BEIRUT: Universal, inalienable, irreducible – those principles are at the core of human rights. By definition, rights should be applicable to all human beings, and cannot be withheld or altered.
As efforts to eliminate human rights violations remain minimal, Lebanon’s human rights situation is largely seen as inconsistent with this definition, according to the international agency monitoring rights.
Human Rights Watch released its annual World Report 2020 documenting the global human rights situation for the year 2019 earlier this week, showing comparatively very little improvement in the Lebanese government’s response to human rights issues.
“The legal system in Lebanon hasn’t changed in the last couple of years, and we’ve seen very little legal reform,” Aya Majzoub, Lebanon's researcher at HRW told Annahar.
“A lot of the issues we document in Lebanon are longstanding issues, like laws that discriminate against women, or the absence of a legal framework regulating the work of migrant domestic workers,” added Majzoub.
The report covers various human rights advancements and violations, stratified by country and categorized into different factions of human rights.
The legal status of Lebanese women is a prominent item on the report, specifically because it has remained constant throughout the years. The document refers to child marriage, the nationality law, and discriminatory personal status laws.
The ongoing protests are also discussed in relation to freedom of assembly and freedom of expression, which have been infringed upon in several instances since October 17.
“Over the past year, we’ve seen the economic situation get more and more difficult. People are finding it increasingly hard to make ends meet,” Majzoub said citing the worsening economic conditions and their impact on the population.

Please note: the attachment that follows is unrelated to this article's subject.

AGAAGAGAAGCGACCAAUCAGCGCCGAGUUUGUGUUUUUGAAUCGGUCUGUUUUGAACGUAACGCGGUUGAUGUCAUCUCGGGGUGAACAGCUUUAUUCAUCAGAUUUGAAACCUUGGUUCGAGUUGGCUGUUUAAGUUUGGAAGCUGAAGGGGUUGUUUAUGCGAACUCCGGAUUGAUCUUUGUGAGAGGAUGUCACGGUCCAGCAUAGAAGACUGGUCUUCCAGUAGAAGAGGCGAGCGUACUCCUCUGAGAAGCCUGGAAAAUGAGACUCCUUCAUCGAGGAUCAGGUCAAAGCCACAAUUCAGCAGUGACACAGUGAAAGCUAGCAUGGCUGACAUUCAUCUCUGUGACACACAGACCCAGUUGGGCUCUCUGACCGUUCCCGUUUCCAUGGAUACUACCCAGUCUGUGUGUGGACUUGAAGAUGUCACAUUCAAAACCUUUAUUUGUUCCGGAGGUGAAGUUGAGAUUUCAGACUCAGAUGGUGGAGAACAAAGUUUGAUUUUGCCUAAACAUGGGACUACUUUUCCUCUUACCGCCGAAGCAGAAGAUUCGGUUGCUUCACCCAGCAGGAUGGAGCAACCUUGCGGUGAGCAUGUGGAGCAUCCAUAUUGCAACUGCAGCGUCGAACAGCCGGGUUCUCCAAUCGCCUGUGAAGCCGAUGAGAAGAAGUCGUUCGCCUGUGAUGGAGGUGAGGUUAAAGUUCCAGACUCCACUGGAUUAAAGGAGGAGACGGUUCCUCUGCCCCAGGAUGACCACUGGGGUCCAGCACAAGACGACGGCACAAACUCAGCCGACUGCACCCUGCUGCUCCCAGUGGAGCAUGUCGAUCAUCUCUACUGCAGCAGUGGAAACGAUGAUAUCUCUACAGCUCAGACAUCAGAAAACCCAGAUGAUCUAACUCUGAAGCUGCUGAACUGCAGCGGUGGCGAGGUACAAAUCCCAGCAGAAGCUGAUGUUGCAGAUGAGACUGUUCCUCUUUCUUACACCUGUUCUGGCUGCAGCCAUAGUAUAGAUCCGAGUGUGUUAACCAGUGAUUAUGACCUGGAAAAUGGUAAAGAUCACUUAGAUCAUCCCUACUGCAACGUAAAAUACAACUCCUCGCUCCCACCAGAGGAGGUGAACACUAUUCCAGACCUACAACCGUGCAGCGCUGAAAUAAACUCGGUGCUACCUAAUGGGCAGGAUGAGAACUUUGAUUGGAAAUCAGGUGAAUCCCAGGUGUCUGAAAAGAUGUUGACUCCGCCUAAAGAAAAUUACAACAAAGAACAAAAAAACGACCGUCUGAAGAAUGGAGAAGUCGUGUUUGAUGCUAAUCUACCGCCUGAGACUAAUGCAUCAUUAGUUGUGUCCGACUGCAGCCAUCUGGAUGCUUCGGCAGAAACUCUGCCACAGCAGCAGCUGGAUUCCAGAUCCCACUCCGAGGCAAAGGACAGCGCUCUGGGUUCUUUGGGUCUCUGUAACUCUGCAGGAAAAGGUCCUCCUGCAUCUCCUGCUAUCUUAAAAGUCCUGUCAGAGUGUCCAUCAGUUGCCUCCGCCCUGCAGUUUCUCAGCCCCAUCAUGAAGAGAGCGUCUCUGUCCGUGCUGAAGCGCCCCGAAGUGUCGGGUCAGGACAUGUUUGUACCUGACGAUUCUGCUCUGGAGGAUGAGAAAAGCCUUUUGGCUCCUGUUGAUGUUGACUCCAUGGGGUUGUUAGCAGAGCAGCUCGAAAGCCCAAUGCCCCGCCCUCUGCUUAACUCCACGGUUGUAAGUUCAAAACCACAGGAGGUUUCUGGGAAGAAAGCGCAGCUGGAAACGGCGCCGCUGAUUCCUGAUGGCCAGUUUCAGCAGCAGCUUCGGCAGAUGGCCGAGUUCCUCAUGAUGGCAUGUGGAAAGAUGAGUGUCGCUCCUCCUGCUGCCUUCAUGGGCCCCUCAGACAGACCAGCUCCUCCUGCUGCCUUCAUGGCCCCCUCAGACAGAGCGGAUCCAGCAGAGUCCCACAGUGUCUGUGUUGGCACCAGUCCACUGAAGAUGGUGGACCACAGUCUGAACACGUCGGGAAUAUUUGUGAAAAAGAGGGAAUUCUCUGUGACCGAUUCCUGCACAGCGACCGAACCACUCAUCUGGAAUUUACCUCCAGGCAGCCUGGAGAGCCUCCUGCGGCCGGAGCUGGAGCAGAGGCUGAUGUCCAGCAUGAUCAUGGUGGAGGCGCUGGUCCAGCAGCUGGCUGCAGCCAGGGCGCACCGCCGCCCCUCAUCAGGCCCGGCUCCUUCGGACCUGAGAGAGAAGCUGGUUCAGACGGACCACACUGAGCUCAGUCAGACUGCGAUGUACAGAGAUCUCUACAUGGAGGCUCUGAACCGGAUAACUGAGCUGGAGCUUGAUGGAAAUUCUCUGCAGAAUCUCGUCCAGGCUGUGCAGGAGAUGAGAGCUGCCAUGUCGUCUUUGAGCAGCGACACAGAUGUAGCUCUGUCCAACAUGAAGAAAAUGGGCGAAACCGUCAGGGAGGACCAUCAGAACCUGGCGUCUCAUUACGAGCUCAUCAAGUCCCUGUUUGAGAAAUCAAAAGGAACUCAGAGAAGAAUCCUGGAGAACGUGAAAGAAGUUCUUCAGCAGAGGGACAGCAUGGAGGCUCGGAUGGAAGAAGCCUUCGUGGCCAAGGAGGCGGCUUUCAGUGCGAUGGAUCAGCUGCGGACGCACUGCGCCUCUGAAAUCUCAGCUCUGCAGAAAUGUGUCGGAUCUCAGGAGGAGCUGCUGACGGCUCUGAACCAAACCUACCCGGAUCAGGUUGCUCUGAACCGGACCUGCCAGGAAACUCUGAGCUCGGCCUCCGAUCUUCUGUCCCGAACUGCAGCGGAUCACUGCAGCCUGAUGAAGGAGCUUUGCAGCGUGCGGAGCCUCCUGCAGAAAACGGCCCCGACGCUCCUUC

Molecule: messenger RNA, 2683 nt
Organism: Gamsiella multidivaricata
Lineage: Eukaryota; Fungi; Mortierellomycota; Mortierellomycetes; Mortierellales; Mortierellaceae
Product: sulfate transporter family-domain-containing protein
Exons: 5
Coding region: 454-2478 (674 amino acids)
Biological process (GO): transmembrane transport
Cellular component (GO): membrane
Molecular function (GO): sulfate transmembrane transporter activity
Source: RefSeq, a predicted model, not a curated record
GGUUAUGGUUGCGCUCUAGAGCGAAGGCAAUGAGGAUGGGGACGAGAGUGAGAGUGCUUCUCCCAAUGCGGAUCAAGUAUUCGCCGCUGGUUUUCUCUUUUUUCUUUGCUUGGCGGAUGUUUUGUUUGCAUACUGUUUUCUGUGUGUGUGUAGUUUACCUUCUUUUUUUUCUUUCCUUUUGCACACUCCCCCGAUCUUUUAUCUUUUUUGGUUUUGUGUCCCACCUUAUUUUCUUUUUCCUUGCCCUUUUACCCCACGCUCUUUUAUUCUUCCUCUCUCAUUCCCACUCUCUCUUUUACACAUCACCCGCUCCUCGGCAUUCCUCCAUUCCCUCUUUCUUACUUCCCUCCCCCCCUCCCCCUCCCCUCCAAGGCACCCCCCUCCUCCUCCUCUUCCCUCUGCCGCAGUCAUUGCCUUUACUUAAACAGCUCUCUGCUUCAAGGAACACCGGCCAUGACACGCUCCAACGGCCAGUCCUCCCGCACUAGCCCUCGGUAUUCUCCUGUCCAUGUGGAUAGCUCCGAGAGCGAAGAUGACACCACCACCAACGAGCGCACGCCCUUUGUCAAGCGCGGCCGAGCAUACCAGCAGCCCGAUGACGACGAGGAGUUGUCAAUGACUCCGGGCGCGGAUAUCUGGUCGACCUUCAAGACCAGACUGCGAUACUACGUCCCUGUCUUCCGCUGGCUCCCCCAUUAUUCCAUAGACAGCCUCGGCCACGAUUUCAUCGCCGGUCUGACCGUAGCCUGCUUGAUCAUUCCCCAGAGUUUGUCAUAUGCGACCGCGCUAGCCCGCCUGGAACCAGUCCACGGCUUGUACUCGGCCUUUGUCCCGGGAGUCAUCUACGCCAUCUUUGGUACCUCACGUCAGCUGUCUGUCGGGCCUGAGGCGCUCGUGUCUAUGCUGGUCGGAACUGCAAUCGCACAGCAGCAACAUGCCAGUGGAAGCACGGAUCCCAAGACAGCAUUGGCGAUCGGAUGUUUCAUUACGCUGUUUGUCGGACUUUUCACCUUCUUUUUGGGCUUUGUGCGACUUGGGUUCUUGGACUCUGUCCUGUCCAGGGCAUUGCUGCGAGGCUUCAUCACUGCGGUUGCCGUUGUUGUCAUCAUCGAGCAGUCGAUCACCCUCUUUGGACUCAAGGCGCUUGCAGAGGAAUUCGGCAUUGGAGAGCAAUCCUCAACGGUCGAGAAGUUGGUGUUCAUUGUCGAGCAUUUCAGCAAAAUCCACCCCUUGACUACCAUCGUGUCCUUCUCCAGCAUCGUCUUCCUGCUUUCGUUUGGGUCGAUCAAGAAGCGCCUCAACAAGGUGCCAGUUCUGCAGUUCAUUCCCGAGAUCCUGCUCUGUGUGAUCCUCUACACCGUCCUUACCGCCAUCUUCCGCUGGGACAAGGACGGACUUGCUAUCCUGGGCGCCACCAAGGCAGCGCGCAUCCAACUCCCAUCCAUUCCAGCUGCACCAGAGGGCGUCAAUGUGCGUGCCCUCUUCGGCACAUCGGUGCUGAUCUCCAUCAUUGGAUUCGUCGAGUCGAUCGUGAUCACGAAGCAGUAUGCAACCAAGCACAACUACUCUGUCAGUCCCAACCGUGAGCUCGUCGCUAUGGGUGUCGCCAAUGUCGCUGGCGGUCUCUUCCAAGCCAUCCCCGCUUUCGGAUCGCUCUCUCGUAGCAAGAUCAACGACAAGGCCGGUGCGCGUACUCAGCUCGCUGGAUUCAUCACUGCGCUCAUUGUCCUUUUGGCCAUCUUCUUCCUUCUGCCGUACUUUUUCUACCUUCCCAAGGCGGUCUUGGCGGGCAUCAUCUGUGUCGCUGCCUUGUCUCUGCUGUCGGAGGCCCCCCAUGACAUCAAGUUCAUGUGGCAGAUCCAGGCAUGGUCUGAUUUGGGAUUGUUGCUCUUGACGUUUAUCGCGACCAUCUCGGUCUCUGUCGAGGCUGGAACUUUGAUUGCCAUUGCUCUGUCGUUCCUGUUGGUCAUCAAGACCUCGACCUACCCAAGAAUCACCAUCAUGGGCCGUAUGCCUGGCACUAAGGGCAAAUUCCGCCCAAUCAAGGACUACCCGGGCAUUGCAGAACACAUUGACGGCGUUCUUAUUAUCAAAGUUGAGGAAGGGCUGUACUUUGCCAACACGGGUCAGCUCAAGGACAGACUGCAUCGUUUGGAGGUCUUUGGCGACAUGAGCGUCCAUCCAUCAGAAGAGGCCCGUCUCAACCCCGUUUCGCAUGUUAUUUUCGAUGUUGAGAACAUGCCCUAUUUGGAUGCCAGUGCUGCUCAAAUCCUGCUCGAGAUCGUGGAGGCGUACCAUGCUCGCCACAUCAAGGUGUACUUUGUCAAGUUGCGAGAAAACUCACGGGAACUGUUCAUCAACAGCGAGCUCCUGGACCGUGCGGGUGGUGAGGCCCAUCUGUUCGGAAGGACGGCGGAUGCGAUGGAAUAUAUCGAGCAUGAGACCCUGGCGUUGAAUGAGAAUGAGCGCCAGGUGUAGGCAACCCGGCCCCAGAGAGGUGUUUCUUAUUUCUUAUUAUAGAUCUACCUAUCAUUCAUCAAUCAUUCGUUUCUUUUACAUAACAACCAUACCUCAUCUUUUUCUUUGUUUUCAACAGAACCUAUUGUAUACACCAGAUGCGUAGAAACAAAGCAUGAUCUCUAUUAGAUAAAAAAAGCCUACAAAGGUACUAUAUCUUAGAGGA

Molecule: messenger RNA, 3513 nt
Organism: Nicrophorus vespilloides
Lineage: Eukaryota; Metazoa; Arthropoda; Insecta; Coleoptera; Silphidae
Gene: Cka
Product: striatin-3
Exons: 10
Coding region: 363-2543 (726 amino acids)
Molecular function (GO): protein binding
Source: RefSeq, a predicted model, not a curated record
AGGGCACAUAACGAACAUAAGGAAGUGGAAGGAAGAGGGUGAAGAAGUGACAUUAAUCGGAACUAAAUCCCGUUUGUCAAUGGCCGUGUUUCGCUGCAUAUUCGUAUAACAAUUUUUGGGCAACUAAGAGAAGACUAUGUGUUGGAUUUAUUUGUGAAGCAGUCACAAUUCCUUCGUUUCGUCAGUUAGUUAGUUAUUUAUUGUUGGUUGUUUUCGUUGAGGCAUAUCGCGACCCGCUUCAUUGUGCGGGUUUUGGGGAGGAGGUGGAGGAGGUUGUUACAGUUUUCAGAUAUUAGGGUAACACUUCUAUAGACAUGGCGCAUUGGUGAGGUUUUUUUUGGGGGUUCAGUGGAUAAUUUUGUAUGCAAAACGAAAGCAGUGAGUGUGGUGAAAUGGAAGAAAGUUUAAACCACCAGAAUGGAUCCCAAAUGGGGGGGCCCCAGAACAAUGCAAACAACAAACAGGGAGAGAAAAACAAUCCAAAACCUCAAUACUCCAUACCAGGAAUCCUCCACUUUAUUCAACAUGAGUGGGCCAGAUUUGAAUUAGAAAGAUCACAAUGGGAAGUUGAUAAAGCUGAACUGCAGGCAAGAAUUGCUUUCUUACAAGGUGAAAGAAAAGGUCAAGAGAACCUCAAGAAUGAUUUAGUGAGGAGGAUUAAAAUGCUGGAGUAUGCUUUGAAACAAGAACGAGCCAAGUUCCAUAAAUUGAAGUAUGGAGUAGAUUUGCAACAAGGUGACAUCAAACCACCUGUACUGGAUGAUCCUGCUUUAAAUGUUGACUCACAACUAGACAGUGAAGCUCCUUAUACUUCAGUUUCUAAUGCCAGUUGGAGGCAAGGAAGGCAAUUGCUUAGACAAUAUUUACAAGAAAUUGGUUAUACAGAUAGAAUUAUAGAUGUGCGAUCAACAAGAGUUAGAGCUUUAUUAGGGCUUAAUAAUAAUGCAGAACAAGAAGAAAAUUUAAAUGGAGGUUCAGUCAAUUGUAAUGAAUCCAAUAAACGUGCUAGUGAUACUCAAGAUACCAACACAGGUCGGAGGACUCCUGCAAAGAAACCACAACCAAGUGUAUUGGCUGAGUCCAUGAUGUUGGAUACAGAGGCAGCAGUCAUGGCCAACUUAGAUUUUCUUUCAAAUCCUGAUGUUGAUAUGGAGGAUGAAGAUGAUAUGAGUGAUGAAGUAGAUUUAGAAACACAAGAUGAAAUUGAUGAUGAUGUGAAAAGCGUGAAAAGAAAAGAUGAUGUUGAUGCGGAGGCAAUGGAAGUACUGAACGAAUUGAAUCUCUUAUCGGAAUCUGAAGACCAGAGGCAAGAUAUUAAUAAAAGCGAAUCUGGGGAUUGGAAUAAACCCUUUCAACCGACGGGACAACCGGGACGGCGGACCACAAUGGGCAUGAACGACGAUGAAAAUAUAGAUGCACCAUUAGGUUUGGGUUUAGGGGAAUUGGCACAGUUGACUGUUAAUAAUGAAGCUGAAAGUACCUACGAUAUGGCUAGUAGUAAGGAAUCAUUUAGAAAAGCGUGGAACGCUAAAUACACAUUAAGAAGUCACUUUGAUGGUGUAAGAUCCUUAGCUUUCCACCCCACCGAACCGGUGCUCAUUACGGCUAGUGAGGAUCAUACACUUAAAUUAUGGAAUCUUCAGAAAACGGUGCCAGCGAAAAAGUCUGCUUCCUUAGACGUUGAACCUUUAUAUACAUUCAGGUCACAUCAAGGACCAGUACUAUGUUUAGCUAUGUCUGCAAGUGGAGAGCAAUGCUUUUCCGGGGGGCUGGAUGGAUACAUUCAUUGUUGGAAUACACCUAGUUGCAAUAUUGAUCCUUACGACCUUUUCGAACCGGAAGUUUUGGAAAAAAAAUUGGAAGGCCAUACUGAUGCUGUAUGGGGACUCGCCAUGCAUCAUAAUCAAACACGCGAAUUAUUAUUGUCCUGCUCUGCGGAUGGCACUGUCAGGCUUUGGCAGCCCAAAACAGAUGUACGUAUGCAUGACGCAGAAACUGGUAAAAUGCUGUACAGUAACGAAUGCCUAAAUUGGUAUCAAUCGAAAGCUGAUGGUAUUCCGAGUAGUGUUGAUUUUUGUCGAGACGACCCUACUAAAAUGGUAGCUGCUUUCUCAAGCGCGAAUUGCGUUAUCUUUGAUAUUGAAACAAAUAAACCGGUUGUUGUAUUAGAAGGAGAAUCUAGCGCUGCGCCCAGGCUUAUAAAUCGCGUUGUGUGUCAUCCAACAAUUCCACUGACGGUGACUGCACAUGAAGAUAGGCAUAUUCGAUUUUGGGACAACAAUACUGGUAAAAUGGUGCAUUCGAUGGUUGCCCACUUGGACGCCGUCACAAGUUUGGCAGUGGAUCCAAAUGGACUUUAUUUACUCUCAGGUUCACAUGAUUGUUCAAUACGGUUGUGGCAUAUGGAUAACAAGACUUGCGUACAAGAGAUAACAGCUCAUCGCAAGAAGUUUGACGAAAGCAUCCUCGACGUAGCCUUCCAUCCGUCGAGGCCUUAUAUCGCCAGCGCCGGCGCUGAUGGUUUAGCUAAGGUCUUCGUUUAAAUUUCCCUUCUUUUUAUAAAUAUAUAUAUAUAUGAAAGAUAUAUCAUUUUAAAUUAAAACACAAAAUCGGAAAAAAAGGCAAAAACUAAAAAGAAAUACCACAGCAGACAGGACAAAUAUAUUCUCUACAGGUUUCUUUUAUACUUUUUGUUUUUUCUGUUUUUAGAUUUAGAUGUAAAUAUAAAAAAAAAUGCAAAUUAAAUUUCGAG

“Politicians didn’t respond to people’s needs and decided to impose new taxes, which truly was the straw that broke the camel’s back and drove people down to the streets,” explained Majzoub.
The report documents the authorities’ predominantly violent response to the protests, specifically pointing out the use of rubber bullets and large amounts of tear gas against protesters on October 18.
“We’re seeing politicians horse-trade over seats in the cabinet, as they did before, as if there’s no pressing economic crisis that needs to be dealt with,” Majzoub told Annahar. “Despite not dealing well with the economic crisis nor responding to people’s demands, they’ve resorted to the excessive use of force against protesters."
The document also highlighted illegal detainment and the use of physical violence by security forces on several occasions during the protests.
“Although the Ministry of Interior promised that an investigation will be conducted into the reports of excessive use of force, we haven’t seen any evidence that these investigations are taking place and whether anybody has been held accountable,” said Majzoub.
Additionally, HRW addressed arbitrary arrests and the interrogation of activists for certain statements or publications by several security agencies, and the overall decline in the right to free speech.
Majzoub explained that the response by security forces has remained similar, but the main shift seen on Wednesday was the attacks on the media.
“Before there were some sporadic attacks on the media, but journalists said that they were able to do their jobs. That changed on Wednesday,” she added. “Several journalists said that they don’t feel safe doing their job anymore because they were specifically targeted.”
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